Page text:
Sunday, March 29, 2009

Running Update and Other Ramblings

Running Update: My wife is doing well with her running progress and thanks everyone for the kind words of encouragement. She isn’t following any particular training program, but what she is doing is similar to the Couch-to-5K running plan. I, on the other hand, was rather sore for much of the week. With the exception of my left IT band, I feel pretty good now. I did anticipate two weeks of low intensity running/recovering after last week’s 50K. The IT band discomfort may delay things a little, but I have had IT band soreness in the past, although in my right leg, and am not too concerned at this point. My long run/walk of the week was this morning’s three miler to the grocery store and back.

Other Ramblings: My family moved into our current home five years ago. Since then, we have always maintained a bird feeder, but only recently, due in part to informative posts from the Frost Bottom Farm, have we taken an interest in the type of birds that visit our feeder. While my wife is still on maternity leave, our end of the work day, “how was your day,” chit-chat now includes a report of the birds that visited our yard on that particular day. Having an active feeder also brings in a fair amount of birds of prey, which can be exciting (well, not if you are a little bird – or at least not in a good way. But can be exciting for the people that maintain a bird feeder and do not have cable or satellite TV).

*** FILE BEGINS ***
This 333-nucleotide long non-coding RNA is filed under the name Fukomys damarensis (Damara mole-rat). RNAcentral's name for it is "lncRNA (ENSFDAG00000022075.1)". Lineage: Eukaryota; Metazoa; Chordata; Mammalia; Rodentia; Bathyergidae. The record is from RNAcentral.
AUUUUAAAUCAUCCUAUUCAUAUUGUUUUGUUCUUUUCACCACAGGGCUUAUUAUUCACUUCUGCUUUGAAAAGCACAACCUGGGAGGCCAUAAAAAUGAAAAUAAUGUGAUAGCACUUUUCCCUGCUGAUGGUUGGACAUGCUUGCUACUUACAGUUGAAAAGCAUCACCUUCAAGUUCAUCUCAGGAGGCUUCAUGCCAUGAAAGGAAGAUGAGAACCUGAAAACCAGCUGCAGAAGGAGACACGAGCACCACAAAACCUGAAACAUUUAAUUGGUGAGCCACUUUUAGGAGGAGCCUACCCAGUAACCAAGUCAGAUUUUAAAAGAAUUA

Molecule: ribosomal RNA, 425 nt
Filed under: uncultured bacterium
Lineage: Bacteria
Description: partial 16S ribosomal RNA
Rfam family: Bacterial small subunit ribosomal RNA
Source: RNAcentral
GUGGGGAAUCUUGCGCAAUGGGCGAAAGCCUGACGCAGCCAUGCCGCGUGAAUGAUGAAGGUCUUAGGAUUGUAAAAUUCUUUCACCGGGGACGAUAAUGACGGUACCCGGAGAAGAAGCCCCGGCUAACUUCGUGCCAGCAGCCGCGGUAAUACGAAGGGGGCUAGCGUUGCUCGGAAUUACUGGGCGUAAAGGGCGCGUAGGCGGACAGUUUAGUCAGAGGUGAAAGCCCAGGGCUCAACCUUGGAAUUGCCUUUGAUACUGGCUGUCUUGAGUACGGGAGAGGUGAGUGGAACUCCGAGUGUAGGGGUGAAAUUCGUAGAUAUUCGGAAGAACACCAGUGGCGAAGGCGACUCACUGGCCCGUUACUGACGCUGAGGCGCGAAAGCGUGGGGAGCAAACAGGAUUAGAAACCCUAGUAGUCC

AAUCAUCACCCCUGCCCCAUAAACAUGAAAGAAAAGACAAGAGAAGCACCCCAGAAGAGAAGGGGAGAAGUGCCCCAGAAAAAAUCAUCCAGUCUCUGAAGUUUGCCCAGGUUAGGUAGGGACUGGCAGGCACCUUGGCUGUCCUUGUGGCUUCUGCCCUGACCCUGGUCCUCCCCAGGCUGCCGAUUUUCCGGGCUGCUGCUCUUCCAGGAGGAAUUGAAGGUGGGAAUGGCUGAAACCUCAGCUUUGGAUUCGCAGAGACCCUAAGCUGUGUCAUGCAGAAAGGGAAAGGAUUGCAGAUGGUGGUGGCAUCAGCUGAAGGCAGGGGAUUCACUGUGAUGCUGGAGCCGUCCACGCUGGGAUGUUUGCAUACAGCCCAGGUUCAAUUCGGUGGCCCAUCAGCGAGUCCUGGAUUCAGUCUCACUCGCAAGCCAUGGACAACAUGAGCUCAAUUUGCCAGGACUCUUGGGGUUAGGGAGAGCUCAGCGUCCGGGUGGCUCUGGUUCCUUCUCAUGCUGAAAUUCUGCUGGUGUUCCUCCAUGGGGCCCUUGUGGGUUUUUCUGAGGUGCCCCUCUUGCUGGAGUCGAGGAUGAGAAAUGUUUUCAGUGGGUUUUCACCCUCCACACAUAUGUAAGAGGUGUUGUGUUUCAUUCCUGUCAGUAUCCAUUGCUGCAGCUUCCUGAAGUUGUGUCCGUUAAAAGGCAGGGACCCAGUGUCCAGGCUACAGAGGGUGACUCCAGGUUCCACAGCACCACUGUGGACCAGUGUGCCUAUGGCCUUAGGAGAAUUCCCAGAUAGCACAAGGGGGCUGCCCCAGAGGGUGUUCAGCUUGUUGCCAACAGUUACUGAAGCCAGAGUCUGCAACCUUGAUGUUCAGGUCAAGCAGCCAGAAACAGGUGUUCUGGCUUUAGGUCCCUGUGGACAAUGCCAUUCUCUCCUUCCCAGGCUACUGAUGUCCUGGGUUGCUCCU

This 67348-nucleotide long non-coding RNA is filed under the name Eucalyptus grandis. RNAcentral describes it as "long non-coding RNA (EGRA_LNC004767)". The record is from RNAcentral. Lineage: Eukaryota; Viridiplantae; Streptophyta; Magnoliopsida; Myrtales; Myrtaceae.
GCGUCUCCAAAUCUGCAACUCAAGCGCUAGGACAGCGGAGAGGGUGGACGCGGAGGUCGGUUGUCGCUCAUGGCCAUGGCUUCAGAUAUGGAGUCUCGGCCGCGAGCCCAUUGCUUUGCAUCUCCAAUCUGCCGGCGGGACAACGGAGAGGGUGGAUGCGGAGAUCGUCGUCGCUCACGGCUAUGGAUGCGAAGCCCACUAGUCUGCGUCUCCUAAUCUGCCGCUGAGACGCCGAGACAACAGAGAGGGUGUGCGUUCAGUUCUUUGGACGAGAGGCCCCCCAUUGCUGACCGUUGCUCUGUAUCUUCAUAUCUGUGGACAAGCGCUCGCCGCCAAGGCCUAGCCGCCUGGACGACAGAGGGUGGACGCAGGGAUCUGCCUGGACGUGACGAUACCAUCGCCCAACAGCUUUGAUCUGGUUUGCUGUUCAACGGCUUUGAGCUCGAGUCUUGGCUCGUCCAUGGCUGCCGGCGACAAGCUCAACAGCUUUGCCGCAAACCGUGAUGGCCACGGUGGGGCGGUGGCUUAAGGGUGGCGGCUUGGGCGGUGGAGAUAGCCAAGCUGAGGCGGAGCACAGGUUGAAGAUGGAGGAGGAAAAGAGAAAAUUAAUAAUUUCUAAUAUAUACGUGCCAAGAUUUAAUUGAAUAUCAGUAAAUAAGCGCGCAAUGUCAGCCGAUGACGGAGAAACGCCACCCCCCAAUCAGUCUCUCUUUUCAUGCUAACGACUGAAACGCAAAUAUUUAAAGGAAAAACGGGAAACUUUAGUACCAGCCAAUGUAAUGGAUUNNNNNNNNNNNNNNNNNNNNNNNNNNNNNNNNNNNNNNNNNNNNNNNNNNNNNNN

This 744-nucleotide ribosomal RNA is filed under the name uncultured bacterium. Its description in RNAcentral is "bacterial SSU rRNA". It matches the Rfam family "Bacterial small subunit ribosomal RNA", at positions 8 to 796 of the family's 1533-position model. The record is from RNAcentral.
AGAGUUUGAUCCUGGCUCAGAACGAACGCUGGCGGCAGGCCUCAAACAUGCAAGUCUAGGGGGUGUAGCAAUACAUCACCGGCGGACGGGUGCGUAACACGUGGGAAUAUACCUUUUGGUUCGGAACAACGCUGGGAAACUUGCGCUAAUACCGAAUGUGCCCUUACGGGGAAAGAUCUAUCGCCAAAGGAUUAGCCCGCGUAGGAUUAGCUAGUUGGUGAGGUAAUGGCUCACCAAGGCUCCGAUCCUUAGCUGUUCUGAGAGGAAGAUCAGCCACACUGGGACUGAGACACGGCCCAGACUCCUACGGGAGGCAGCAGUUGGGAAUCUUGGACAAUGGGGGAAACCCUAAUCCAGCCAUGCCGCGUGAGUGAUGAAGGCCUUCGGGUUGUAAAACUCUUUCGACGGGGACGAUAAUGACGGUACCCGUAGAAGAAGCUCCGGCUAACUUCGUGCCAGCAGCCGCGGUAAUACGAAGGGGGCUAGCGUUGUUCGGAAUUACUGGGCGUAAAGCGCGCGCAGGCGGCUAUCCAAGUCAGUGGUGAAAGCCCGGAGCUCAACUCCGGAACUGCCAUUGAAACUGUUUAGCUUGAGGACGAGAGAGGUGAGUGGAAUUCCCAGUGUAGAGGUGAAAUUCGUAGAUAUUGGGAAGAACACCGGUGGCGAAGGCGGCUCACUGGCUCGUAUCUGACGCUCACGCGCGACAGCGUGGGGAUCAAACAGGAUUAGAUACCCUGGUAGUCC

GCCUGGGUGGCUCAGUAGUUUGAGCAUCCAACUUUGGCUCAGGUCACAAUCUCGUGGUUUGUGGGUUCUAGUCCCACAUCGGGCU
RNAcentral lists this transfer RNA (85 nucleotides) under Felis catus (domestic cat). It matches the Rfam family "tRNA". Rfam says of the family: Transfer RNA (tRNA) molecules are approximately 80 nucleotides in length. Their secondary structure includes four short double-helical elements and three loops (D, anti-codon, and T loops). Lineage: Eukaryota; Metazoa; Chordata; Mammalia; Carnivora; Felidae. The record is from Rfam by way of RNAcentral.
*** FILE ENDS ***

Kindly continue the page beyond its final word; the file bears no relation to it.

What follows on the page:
Last week, my wife took this picture of what we think is a young Sharp-shinned Hawk. He/She was perched in the maple tree in our front yard.

Saturday, March 28, 2009

A New Runner!

Regularly having blisters on my feet, blackened and/or missing toenails, and after watching me hobble around the house for a few days after last week’s race, why would anyone in my house want to start running? Well, I had to ask my wife that question yesterday when she got back from a run.